The Rave

The Rave Band - Prairie SUN Review

Prairie SUN Having FUN with a rock 'n' roll band
The Rave

by Jon Ginoli
From The Prairie SUN
Vol 2, Number 21
circa September, 1978

When you examine the state of popular music in 1978, it's disillusioning. Most of the music being played on FM seems to be the same mediocre bilge repeated over and over. AM is largely a disco wasteland. (When you think about it, disco is representative of the state of the world for the 1970's--mechanical, impersonal, and the dance steps are done with military precision.)

Today's popular music has been broken down into several inflexible categories: progressive rock, funk rock, disco rock, jazz rock, country rock, blues rock, and so on. What I would like to know is this: Whatever happened to good old rock? ROCK AND ROLL???

The sense of fun and enthusiasm that is an essential ingredient of true rock 'n' roll has for the most part been displaced this decade.

Lo and behold, someone realized that. In 1976 a different sort of music entered the scene, known to some as punk rock (another silly categorization). While some of this was admittedly junk, talented groups survived, persisted and exist today. What makes them so inaccessible to other contemporary bands is their flair for FUN, their enthusiasm for their audience (an aspect badly overlooked by many top bands), readily identifiable personalities, and a rejection of mediocrity in general.

The bottom line is so simple that it's astonishing--it's all back-to-basic, no frills rock 'n' roll, a '70s updating of all the things that made rock 'n' roll recognized in the first place. The point of all this is not so much to preach, but to tell you about a band who makes rock 'n' roll so much energetic fun it's amazing. Hailing from Champaign, Illinois, it's The Rave!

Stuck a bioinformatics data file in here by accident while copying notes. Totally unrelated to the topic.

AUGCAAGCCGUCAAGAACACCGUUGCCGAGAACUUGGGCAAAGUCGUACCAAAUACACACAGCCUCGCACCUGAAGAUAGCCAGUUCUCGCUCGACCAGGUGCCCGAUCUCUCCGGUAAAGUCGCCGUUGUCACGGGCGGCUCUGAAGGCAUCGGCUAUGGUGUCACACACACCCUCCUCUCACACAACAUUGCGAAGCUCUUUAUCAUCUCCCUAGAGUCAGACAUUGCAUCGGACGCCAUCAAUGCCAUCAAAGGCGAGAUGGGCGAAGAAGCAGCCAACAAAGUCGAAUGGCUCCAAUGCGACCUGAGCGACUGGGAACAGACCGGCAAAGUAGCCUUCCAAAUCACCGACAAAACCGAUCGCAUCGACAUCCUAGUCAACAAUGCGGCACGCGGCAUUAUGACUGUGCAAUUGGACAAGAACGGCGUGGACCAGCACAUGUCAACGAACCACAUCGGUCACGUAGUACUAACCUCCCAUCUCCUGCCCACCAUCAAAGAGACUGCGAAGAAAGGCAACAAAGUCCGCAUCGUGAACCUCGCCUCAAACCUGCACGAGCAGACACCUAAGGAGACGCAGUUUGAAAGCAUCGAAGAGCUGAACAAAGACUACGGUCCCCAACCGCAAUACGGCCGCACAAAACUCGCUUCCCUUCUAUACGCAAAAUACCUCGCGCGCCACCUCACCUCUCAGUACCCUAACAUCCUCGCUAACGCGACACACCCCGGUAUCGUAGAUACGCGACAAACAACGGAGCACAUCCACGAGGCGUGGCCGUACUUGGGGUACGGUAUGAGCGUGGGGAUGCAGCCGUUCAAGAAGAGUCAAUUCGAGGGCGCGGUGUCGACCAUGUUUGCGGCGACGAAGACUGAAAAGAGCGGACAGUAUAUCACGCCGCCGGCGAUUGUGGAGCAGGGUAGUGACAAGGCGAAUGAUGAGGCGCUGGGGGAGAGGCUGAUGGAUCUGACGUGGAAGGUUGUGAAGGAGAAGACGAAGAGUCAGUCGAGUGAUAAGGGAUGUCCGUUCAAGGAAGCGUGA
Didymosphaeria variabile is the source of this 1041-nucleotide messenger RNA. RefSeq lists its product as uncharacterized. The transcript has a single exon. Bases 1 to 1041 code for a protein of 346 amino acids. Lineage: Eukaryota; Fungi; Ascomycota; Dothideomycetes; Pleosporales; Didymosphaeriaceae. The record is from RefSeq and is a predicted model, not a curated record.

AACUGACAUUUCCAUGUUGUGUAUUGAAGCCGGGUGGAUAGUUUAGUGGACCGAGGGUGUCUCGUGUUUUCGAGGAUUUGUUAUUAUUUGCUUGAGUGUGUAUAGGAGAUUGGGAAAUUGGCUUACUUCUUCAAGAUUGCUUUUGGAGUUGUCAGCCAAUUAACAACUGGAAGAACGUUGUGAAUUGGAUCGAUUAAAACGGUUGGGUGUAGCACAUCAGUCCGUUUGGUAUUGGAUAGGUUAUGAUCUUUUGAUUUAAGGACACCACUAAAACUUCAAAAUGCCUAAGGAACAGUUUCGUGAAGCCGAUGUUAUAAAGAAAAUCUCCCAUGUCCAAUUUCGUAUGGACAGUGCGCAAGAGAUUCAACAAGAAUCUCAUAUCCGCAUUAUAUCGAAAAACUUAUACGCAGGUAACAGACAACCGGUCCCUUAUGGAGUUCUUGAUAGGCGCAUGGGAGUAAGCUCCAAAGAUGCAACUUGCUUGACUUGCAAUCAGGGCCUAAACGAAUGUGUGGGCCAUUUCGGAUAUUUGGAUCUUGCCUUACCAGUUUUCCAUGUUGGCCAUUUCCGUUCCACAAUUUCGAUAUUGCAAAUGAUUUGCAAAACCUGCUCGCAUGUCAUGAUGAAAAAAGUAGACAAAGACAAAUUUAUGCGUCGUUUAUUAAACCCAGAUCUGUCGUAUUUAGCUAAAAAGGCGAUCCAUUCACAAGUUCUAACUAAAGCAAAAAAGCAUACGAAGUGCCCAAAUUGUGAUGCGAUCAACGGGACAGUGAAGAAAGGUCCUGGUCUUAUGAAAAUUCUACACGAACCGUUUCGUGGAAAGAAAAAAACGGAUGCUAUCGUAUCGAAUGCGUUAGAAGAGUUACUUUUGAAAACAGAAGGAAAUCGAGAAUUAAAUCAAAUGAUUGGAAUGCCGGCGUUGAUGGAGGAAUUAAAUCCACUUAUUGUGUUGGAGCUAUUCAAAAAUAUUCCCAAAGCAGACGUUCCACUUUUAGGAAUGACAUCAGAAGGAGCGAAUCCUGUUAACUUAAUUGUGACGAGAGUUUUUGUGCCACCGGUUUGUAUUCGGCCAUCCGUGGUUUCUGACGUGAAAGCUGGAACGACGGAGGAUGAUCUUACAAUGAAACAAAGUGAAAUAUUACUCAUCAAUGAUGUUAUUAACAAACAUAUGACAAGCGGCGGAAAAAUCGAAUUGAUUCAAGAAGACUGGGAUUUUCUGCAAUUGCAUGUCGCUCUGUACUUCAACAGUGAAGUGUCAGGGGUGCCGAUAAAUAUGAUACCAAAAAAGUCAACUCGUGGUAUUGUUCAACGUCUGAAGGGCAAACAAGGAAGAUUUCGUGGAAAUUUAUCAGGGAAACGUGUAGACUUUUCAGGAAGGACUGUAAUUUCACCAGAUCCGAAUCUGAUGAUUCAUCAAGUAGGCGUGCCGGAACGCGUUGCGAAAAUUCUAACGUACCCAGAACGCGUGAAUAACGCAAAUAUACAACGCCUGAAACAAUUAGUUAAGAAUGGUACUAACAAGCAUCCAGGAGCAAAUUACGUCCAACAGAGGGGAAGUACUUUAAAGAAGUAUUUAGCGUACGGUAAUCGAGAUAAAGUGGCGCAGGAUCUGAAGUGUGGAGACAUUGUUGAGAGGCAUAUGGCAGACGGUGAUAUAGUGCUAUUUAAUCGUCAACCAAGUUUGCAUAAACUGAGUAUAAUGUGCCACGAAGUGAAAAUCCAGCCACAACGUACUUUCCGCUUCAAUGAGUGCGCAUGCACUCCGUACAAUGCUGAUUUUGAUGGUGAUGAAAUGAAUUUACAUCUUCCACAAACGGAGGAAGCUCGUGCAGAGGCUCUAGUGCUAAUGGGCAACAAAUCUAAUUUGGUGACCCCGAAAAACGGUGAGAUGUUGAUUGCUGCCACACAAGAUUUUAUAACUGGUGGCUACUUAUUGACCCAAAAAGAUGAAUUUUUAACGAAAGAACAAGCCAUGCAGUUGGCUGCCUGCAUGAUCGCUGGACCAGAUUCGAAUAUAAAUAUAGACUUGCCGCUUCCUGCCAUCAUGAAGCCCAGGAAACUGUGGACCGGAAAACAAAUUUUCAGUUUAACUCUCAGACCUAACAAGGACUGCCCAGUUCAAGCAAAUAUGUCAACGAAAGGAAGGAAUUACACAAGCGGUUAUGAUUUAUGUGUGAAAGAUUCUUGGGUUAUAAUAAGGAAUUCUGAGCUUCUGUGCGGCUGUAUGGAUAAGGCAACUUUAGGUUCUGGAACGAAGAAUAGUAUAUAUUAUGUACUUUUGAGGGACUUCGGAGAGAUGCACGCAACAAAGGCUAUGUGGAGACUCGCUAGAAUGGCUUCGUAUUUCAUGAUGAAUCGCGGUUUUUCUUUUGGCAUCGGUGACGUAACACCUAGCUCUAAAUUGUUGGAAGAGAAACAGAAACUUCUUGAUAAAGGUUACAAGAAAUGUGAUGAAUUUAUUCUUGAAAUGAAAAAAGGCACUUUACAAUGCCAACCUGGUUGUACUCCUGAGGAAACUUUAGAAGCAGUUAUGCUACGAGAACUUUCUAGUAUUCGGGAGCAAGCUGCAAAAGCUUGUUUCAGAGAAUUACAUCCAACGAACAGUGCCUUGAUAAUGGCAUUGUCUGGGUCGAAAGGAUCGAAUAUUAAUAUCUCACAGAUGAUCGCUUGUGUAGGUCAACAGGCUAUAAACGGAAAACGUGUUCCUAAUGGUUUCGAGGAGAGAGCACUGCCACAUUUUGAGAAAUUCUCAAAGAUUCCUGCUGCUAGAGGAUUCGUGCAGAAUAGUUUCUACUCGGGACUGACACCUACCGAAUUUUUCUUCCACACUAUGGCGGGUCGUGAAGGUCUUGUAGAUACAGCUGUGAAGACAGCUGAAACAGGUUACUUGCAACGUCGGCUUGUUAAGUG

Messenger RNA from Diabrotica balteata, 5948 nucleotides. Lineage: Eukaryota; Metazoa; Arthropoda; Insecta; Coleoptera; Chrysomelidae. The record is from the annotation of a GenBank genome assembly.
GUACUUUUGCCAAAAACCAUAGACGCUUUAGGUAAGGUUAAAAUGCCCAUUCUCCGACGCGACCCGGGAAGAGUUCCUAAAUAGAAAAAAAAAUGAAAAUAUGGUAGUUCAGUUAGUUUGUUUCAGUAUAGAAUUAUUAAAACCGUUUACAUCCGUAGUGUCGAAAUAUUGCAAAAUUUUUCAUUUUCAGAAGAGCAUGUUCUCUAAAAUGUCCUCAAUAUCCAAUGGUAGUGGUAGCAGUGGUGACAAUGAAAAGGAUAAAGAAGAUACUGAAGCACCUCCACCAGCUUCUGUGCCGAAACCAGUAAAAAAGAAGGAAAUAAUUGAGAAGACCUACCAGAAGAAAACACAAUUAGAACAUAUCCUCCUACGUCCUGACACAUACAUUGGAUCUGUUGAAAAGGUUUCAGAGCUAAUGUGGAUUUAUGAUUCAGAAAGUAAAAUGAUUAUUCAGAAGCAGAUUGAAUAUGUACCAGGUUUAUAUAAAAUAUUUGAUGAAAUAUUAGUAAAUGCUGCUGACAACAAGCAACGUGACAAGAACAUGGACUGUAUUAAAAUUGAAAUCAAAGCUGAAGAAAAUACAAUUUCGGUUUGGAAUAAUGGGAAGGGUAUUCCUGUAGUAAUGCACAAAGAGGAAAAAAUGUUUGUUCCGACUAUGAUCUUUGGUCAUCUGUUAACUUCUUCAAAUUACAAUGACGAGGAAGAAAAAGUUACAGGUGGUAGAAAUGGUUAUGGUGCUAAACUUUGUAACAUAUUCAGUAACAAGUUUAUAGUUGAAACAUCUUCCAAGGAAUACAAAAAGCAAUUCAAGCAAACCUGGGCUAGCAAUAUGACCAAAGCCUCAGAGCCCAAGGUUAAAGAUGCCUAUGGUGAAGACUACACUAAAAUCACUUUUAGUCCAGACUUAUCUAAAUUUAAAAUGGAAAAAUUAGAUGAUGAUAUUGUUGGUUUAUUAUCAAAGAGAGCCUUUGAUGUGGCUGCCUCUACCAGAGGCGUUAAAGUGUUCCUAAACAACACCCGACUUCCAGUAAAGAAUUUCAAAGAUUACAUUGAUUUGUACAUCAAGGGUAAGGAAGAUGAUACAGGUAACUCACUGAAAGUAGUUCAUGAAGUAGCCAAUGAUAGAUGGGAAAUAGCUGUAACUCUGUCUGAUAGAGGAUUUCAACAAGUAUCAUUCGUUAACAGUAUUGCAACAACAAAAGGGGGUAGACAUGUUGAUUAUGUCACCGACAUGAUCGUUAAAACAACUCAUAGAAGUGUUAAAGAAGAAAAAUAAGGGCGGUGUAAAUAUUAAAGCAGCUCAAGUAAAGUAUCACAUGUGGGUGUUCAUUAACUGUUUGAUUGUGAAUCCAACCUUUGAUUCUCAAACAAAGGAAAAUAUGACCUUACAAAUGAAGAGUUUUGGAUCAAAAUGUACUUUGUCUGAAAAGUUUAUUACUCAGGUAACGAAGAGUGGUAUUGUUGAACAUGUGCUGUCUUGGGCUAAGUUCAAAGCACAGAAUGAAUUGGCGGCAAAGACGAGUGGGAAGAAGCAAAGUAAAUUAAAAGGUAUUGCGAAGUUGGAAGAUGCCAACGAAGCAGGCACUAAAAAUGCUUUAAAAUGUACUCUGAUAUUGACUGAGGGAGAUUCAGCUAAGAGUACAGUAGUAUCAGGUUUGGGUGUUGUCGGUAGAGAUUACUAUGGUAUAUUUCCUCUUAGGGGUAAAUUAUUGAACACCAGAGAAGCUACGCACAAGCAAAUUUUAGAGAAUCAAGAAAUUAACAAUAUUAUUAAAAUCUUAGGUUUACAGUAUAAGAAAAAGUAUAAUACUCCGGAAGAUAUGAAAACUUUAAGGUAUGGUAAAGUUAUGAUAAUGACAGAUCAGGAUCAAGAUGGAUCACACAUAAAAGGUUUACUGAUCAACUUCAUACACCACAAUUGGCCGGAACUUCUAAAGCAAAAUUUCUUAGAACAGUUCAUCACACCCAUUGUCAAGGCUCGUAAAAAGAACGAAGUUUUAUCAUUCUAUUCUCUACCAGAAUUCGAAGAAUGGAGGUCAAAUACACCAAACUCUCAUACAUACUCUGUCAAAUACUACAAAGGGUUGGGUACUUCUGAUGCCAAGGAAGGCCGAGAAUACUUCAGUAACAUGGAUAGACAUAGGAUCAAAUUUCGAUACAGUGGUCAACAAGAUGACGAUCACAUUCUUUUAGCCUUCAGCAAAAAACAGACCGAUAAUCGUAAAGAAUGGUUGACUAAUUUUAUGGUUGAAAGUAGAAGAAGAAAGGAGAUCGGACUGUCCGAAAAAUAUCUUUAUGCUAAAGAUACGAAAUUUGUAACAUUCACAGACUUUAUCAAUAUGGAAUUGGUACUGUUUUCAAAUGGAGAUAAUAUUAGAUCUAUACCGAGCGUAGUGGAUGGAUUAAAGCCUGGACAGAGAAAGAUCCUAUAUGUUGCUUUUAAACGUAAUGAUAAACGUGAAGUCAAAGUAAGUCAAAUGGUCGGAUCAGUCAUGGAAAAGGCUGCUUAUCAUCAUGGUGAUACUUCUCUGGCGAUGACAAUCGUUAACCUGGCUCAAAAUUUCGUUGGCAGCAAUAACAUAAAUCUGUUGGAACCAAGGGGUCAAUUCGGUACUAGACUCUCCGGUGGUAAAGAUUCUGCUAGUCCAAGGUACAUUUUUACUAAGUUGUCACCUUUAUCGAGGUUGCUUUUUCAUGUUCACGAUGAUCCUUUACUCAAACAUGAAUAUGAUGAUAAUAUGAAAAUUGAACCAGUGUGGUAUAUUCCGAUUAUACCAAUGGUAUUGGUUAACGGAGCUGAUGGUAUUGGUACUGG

First of all, the Rave should not be associated with punk rock, New Wave, nor any other derogatory term. For lack of a better classification, their music could be called power pop, but even that's too vague; it's smart rock 'n' roll: wild, happy, and entertaining.

The Rave's crusade is to let the people of the midwest know that there IS an alternative to "homogenized; rehashed pop poop" of bands filling the charts.

A better explanation of what the group is about can be determined by examining the material they cover in their live shows. Their repertoire runs the gamut from '6O's hard pop classics like the Dave Clark 5's "Any Way You Want It" to tough, biting '70's rockers like Elvis Costello's "Mystery Dance" and the Motors' "Dancing the Night Away" (their version beats the original hands-down). The material that they cover is not trendy but the kind of stuff that will be played for years to come; this band has good ears.

They also perform some original tunes in their act. They haven't developed their songwriting to a great extent, but the few they offer are melodic pop songs with a hard edge to them. They've been writing quite a bit of material recently, so their progress should be evident soon. And available.

As good as their music is, the best thing about this band is their collective stage personality. The focal point of the group is Herbert Tareyton; affectionately, Herbie. Herbie is an overweight (but I pudgy, not fat) guitarist who sings most of their songs (the originals are usually handled by bassist Lyle Diamond). Herbie has been seen on stage decked out in a complete Steak & Shake Uniform, but at a recent performance he was decked out in dark trousers, a striped I button-down shirt and an AMVETS hat, and with his glasses askew he looked for all the world like a middle-aged man who had wandered into the wrong bar. (He later changed his hat, putting on his reliable Steak & Shake cap and then a tattered red and white silk cap which gave him the appearance of a destitute Santa Claus eager for coin). His stage comments were amusing and revealed a sense of humor appropriate for his appearance.